'Hey!'  On the bright side, 'I haven't written a blog for a while.'  I've been busy doing whatever it was . . . and this 'Hey! I haven't written a blog for a while,' is how I start all blog posts in behind-the-eyeballs draft form. 
Come to think about it, I start most things by thinking, Hey! I haven't written in a while, or made any prints, or . . . and there's always a reason why I haven't.  I've been busy doing something else or chasing after somebody or running away from the idea, which brings me back to here . . . there was a point beyond the above opening that I've forgotten now.  There was to be sequencing, development, a position and point, proposition or contention . . . but it has eluded me. 
And on the subject of balls : -

Sometimes, we're on a roll. 
Sometimes I catch a pretty woman looking at me for once, when almost invariably it's the other way around.  Mind you, she's probably thinking, 'OMG, that (me) should be put down out of kindness,' but I'm on a roll or was until the missed deadline deed.  How I resent 'deadlines' that escape, and how unkindly sounds the word.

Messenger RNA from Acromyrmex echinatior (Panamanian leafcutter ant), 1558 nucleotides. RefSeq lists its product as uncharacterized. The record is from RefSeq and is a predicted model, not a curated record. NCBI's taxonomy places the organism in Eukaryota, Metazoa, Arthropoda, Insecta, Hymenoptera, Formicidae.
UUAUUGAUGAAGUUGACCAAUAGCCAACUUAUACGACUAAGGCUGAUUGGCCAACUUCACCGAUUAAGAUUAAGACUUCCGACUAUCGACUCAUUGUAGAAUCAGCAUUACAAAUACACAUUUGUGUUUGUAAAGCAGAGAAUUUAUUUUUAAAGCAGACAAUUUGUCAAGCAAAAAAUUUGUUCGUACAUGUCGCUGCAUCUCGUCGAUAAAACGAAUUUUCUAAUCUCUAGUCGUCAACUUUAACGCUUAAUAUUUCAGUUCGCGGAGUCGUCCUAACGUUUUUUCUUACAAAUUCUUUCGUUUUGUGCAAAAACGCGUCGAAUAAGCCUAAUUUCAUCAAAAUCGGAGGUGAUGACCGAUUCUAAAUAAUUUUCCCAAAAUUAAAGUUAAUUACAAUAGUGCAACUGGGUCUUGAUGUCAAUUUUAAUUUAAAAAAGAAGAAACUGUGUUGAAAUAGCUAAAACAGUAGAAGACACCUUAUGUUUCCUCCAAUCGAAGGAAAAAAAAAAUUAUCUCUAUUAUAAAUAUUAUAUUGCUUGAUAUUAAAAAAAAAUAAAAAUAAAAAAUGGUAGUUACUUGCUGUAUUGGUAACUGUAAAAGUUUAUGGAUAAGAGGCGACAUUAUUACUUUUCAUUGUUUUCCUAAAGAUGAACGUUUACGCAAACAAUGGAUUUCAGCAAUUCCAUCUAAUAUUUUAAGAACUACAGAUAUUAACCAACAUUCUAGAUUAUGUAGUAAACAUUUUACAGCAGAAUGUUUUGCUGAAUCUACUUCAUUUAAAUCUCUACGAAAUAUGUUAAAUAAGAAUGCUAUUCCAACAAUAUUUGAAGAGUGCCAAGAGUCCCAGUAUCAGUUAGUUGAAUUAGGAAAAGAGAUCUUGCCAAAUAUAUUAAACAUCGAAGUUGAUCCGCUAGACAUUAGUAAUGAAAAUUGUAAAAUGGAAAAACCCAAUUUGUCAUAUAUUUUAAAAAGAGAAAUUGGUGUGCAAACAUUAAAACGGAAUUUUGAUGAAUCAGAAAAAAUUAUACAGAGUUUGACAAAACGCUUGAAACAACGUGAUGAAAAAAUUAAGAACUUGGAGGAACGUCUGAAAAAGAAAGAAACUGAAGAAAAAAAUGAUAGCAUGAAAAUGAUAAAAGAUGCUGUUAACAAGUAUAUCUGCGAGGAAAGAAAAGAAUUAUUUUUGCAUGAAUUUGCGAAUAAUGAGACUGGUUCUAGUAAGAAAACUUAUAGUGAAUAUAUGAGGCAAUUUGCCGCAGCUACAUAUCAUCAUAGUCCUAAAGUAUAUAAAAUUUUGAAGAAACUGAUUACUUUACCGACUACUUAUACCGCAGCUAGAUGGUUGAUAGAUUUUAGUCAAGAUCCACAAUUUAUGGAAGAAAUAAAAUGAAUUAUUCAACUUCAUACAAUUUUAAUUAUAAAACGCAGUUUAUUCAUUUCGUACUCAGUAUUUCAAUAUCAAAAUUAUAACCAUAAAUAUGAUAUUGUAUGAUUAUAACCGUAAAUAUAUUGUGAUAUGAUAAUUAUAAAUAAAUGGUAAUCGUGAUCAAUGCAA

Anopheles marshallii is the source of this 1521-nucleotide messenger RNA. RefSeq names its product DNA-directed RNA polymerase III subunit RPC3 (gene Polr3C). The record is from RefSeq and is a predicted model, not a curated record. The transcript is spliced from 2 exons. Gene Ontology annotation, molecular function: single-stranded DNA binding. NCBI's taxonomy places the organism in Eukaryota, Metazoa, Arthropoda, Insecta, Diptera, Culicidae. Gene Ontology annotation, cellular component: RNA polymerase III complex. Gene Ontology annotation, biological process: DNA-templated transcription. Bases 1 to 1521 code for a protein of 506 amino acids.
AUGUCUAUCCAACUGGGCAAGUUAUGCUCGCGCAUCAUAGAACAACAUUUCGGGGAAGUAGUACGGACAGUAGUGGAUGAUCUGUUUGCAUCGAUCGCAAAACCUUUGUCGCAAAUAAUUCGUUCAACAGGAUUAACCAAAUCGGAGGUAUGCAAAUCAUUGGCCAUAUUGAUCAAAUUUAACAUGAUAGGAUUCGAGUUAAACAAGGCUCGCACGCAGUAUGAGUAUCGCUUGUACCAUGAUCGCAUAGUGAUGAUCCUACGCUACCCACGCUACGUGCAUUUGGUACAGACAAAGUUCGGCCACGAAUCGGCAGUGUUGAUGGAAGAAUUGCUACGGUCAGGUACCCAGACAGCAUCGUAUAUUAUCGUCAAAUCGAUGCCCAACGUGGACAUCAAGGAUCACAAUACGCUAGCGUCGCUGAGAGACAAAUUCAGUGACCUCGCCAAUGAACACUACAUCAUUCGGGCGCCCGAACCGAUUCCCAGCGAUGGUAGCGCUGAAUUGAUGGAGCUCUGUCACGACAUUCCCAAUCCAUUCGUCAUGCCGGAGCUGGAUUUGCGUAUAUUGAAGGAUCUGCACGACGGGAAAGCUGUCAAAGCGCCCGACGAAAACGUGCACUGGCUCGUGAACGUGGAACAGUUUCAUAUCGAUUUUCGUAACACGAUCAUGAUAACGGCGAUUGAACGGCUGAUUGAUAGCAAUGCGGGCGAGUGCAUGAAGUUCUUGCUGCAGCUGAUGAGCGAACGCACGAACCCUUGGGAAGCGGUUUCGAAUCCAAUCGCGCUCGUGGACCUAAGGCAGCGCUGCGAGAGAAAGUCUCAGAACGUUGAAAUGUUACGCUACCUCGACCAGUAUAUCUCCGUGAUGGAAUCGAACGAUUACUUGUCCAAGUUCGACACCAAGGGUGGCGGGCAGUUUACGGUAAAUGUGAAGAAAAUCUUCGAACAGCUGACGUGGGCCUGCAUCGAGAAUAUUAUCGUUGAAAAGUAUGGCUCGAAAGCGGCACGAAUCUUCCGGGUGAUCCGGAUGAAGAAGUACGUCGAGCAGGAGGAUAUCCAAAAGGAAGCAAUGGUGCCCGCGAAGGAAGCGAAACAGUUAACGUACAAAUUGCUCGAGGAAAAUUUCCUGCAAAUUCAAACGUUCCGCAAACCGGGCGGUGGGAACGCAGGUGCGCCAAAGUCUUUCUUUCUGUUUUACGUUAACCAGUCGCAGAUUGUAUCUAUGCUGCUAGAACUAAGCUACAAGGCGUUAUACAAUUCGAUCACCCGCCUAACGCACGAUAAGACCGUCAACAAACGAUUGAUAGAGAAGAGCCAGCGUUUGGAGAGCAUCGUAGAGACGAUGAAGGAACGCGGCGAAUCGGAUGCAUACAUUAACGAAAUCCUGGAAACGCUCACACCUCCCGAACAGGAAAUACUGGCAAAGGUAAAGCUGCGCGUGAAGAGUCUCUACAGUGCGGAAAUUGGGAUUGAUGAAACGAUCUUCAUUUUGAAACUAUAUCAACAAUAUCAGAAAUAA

A 2000 word short story for a 2000 word short story competition, and I missed the so-and-so.  How did that happen?  Have story, know the date, drafted not honed - too long, but there-ish and drift drift drift along, and too late.  Not that I may have got it in, nor was there any prize money at stake, and no doubt there will be another short story competition. 
Truth be told, I'm more consumed by getting work ready for the London Group. 
I had better check that bossy looking .pdf lurking ominously on my desktop to make sure I haven't missed that as well. 

The London Group
Open Exhibition 2009

No, it's okay.  I've got time to miss it still.